I’ve had a lot of people ask me why I voted “no” on the income tax and budget last week. Without a doubt, the state desperately needed a budget so why, then, would I vote “no”? Well, let’s start with a short answer and then dive into the details.
Despite a 32 percent increase in income taxes, this budget will not significantly reduce the state’s backlog of bills, does nothing to address the unpaid pension liability that is hamstringing our ability to pay for basic services and suffocating critically-needed investments in capital infrastructure (roads and bridges) and intellectual infrastructure (higher education), contains no significant reforms, and has no property tax relief to offset the massive income tax hike.
Further, despite the $5.5 billion in new taxes, there is no guarantee that K-12 schools will open in the fall. Yes, you read that right. Schools may still not open next month even with the tax hike! Even some of those legislators who voted for the package in the House were surprised when they realized that Speaker Madigan had quietly inserted language into the budget that holds downstate K-12 schools hostage in order to get a bailout for the fiscally mismanaged Chicago Public Schools system. Of course, I voted “no.”
So, yes, we got a “budget” and those who depend on it will rejoice in relief for a short while – until they realize that nothing was fixed and future budgets are still clouded in uncertainty. What Illinois really needed was a budget that would have fundamentally, and forever, put Illinois on a positive trajectory toward fiscal integrity – a budget that didn’t just kick the can down the road to the next generation.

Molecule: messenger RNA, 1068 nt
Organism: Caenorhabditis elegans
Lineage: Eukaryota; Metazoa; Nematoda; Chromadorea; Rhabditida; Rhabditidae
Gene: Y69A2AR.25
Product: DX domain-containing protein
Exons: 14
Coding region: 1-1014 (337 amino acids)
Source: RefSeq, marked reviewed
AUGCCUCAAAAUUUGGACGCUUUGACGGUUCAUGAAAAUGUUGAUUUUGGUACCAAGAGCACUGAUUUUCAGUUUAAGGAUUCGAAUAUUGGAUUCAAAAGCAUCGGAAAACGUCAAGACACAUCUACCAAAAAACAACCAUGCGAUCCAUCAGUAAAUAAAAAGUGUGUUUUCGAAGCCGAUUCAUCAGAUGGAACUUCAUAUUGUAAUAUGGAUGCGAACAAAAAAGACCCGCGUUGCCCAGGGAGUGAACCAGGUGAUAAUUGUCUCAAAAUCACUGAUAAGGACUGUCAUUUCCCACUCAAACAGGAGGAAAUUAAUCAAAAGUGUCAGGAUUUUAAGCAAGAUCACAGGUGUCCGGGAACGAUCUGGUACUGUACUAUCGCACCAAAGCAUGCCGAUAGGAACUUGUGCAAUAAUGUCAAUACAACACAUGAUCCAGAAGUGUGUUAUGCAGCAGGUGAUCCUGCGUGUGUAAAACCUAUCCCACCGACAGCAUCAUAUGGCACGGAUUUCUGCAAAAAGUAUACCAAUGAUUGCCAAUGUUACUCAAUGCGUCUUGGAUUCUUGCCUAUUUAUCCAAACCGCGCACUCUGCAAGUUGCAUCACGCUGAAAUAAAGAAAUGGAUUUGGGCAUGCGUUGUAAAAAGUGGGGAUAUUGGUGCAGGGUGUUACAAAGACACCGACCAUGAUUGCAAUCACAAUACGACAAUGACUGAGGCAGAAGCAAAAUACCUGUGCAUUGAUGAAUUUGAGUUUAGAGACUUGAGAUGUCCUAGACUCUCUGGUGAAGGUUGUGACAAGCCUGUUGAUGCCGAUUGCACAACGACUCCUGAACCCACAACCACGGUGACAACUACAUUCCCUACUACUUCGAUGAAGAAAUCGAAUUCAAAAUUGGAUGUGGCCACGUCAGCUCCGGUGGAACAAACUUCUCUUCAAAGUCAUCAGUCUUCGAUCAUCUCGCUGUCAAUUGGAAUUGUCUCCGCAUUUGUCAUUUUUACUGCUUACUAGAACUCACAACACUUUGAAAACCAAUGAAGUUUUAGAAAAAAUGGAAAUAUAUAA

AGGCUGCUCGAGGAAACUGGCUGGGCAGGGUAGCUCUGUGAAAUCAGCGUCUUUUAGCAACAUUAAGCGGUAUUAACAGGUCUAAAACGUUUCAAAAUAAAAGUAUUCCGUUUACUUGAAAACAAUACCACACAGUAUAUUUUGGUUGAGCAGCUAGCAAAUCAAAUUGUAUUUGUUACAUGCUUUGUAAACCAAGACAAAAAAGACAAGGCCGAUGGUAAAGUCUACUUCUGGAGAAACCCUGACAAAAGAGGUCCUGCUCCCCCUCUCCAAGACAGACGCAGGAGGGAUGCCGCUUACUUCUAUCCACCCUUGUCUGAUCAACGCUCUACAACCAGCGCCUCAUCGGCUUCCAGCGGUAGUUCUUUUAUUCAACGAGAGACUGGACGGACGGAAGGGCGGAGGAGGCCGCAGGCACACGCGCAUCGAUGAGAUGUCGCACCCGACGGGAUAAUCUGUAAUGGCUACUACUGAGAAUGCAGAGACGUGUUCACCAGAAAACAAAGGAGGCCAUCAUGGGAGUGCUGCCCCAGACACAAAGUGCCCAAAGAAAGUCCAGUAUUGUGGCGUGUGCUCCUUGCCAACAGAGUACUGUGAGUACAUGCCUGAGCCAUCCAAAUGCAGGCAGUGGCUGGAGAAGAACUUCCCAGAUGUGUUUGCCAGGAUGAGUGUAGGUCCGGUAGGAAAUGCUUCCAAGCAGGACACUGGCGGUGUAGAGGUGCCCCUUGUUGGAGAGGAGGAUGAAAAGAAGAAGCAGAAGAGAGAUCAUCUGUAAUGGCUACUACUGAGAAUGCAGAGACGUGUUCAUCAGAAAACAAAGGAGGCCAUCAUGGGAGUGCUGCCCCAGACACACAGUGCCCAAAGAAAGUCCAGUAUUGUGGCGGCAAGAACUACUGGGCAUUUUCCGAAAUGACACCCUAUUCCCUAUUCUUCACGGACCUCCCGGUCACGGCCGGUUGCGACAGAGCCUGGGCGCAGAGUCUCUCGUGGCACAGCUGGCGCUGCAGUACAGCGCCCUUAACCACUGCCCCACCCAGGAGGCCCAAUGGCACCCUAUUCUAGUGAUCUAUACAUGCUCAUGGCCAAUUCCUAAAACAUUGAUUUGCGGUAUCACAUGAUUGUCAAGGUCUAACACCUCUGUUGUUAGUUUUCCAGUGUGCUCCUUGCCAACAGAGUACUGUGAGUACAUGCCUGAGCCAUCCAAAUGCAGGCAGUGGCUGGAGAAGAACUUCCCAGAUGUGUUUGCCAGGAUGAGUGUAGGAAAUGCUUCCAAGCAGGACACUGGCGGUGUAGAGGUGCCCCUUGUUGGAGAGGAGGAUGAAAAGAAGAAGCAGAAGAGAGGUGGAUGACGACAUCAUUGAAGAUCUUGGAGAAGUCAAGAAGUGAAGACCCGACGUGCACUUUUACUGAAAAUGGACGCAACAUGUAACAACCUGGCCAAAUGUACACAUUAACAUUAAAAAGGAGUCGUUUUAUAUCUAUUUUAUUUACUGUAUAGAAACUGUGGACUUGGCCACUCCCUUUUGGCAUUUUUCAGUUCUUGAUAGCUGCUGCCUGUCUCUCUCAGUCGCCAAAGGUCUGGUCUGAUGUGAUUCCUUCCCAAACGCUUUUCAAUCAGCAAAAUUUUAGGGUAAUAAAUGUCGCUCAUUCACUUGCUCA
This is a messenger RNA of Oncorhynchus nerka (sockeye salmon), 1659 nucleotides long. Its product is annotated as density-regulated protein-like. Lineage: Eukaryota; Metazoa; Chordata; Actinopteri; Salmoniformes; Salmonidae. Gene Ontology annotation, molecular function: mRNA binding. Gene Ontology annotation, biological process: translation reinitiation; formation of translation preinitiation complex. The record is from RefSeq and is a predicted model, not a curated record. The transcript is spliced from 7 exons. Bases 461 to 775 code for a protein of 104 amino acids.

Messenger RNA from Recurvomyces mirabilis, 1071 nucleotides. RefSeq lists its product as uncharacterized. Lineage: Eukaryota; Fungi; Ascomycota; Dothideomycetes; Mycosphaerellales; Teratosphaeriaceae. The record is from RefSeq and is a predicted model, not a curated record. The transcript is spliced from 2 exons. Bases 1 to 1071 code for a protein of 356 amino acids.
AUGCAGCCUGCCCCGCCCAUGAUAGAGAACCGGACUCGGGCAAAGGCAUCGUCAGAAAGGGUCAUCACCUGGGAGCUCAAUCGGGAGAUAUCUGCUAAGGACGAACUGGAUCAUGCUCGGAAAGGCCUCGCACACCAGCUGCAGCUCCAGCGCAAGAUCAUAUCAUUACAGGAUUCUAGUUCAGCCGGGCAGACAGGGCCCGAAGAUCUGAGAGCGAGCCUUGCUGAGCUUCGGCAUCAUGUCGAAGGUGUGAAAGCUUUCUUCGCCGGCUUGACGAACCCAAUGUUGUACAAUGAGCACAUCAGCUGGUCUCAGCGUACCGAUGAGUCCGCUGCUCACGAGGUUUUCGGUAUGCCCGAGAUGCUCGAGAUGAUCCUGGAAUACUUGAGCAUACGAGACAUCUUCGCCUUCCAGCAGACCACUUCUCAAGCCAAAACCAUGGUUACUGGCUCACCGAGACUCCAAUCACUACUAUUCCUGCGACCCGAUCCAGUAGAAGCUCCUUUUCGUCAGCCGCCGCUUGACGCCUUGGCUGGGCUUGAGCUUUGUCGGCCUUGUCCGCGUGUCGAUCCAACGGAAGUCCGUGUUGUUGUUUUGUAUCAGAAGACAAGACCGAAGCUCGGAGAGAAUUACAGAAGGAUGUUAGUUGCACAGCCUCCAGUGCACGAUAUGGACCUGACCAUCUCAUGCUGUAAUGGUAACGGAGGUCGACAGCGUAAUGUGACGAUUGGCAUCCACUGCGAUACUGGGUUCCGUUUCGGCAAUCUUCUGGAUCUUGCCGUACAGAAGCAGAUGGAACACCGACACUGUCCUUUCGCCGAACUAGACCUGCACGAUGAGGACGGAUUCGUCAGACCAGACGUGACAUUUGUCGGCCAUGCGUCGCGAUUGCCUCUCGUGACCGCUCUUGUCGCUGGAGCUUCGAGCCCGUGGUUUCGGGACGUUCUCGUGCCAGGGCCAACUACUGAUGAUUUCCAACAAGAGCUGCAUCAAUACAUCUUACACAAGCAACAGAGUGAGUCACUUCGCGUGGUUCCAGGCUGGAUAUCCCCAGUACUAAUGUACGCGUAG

And we could have had it. I was in the room negotiating with both sides to reach a bipartisan agreement. All four caucuses were engaged and had sent authorized negotiators. In my opinion, and my opinion only, we were literally within hours of a break-through budget deal. Through Saturday morning July 1, negotiations were generally productive and we were zeroing in on important structural reforms, significant cuts, responsibly addressing the $15 billion unpaid bills’ backlog, truly balancing the budget, and, importantly in my view, providing property tax relief to local taxpayers.
Rather than allow those positive discussions to continue, by Sunday, July 2, the House instead opted for a massive tax hike without significant cuts, without significant reforms, without a legitimate way to address the $15 billion backlog of bills, and without any property tax relief to offset the income tax increase.
Simply put, this is not the earth-shaking reform necessary to put Illinois on a fiscally responsible trajectory to prosperity.
But don’t take my word for it. The nation’s top credit rating agency, Moody’s Investor Services, said that it may go ahead and downgrade Illinois to “junk” status anyway because this budget doesn’t legitimately address the backlog of unpaid bills and, to quote them directly, “The pension reform in (the legislation) doesn’t look like it’s really revolutionary or will move the needle in any big way.” This is a sobering dose of reality from the economic experts.
But putting aside all the reasons above, and putting aside whether you are someone who is adamantly for or against the reforms under discussion, the bottom line is this: how can you raise taxes 32 percent and not even guarantee that K-12 schools will open in the fall?
Sen. Chapin Rose
State Sen. Chapin Rose (R-Mahomet) is the ranking member of the Senate Appropriations II Committee and is the Senate Republican’s appointed budget expert.